Senior Public Affairs Officer
Every year, NRC managers and staff members in headquarters and the agency’s four regions participate in nuclear power plant emergency exercises. The plants are required to exercise their plans every other year, and NRC response team members use these exercises to keep their skills sharp and to identify areas for improvement. The exercises provide valuable experience and make each plant’s overall emergency response program better.
State and local responders and the plant staff have a crucial role in each of those exercises, but many federal agencies that would be involved in an actual serious nuclear emergency rarely participate.
In a little more than a week, the NRC, along with state and local officials in South Carolina, Duke Energy, FEMA and the Department of Energy, will stage a full-scale exercise at the Robinson nuclear plant in South Carolina. It’s being called Southern Exposure 2015. This exercise will bring together not only the usual exercise participants, but also many other agencies that would have a role in a real event.
In addition to the NRC, FEMA and DOE, federal agencies participating include the Departments of Agriculture, Health and Human Services, Labor, the Interior, Transportation, Veterans Affairs and the Environmental Protection Agency.
Southern Exposure 2015 will begin on Tuesday, July 21, with activities much like the exercises the NRC regularly sees. On Wednesday, July 22, the NRC will be joined by those other federal agencies in a broad response to the simulated events at the Robinson plant. The NRC and the other federal agencies will work closely with state and local officials and Duke Energy’s plant operators and managers to achieve the objectives of the exercise.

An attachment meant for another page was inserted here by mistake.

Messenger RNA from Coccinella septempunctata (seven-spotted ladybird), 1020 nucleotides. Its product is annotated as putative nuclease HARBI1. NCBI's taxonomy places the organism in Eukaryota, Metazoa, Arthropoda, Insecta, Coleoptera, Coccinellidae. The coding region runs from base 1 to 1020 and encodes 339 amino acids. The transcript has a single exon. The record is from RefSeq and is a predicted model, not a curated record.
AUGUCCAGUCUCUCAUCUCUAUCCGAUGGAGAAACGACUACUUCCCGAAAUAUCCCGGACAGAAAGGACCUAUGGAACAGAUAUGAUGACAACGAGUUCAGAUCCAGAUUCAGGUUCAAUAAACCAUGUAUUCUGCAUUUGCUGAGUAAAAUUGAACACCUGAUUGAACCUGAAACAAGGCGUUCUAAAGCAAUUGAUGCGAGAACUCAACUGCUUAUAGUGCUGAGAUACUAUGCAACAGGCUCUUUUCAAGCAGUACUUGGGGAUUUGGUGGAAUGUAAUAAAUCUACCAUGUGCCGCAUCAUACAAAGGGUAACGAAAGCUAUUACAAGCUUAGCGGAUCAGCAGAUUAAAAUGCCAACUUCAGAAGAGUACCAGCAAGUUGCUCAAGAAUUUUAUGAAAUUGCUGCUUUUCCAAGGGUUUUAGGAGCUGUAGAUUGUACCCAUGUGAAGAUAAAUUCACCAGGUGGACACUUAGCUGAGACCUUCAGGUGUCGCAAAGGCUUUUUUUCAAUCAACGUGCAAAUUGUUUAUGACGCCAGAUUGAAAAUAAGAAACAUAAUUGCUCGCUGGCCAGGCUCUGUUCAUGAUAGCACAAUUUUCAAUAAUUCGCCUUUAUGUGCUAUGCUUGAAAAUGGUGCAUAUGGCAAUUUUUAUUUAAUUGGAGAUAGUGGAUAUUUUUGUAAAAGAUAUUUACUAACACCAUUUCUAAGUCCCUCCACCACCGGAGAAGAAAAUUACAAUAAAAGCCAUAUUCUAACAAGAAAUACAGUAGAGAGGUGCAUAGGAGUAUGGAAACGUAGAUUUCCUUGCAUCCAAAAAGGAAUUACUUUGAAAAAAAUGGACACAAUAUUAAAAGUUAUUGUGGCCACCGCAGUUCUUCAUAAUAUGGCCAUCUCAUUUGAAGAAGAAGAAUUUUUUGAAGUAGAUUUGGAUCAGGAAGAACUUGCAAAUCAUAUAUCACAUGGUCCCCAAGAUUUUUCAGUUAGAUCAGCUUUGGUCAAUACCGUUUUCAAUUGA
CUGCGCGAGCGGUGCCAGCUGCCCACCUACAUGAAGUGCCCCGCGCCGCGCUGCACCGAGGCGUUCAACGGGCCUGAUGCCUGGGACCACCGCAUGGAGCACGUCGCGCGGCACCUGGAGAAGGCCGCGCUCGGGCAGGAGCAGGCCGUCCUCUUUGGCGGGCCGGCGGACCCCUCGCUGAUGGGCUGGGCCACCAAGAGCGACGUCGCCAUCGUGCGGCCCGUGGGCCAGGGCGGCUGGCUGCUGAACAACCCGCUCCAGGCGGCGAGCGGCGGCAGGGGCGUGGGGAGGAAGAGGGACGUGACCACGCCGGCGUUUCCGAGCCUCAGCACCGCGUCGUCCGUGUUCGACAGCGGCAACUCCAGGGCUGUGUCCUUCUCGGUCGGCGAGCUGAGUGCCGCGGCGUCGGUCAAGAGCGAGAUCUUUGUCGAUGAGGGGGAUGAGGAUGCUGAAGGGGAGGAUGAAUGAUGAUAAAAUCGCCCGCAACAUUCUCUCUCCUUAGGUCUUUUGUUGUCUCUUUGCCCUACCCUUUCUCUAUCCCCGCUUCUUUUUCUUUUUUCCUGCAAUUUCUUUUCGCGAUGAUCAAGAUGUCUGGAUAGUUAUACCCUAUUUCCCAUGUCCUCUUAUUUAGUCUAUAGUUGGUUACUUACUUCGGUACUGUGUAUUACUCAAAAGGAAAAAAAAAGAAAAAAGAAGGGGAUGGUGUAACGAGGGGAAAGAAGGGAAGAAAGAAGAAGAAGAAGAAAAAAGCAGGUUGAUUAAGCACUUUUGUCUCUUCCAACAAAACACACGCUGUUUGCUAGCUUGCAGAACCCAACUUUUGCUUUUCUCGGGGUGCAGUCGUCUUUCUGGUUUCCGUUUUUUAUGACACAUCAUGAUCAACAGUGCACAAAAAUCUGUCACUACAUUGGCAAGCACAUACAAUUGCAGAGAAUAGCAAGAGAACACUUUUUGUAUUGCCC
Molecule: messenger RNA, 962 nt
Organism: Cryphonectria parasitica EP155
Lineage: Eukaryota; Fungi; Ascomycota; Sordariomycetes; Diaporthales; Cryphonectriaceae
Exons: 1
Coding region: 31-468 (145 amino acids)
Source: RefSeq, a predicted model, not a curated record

Victor McCree, the Regional Administrator for Region II, will serve as the NRC’s Site Team Director for Southern Exposure 2015, leading the NRC team in South Carolina. The NRC will also support the exercise with staff in the regional office in Atlanta and headquarters in Rockville, Md.
While McCree has participated in countless exercises, he acknowledges this one is unique. It’s a rare opportunity, he said, to work with so many organizations across federal, state and local governments as well as the private sector.
People living and traveling near the Robinson plant during the exercise may hear and see actions associated with the simulated response. These could include response vehicles, field monitoring teams and low-flying aircraft, but the exercise should not affect normal traffic or other activities in the area.
While the likelihood of a severe nuclear accident in this country is low, the Southern Exposure 2015 exercise is designed to allow all the organizations involved, federal, state and local, to address the simulated accident’s effects on the economy, environment and public health – and be better prepared to respond if the events were real.
8 thoughts on “Working Together — The Southern Exposure 2015 Exercise”
While the likelihood of a severe nuclear accident in this country is low,In the event, it would be a disaster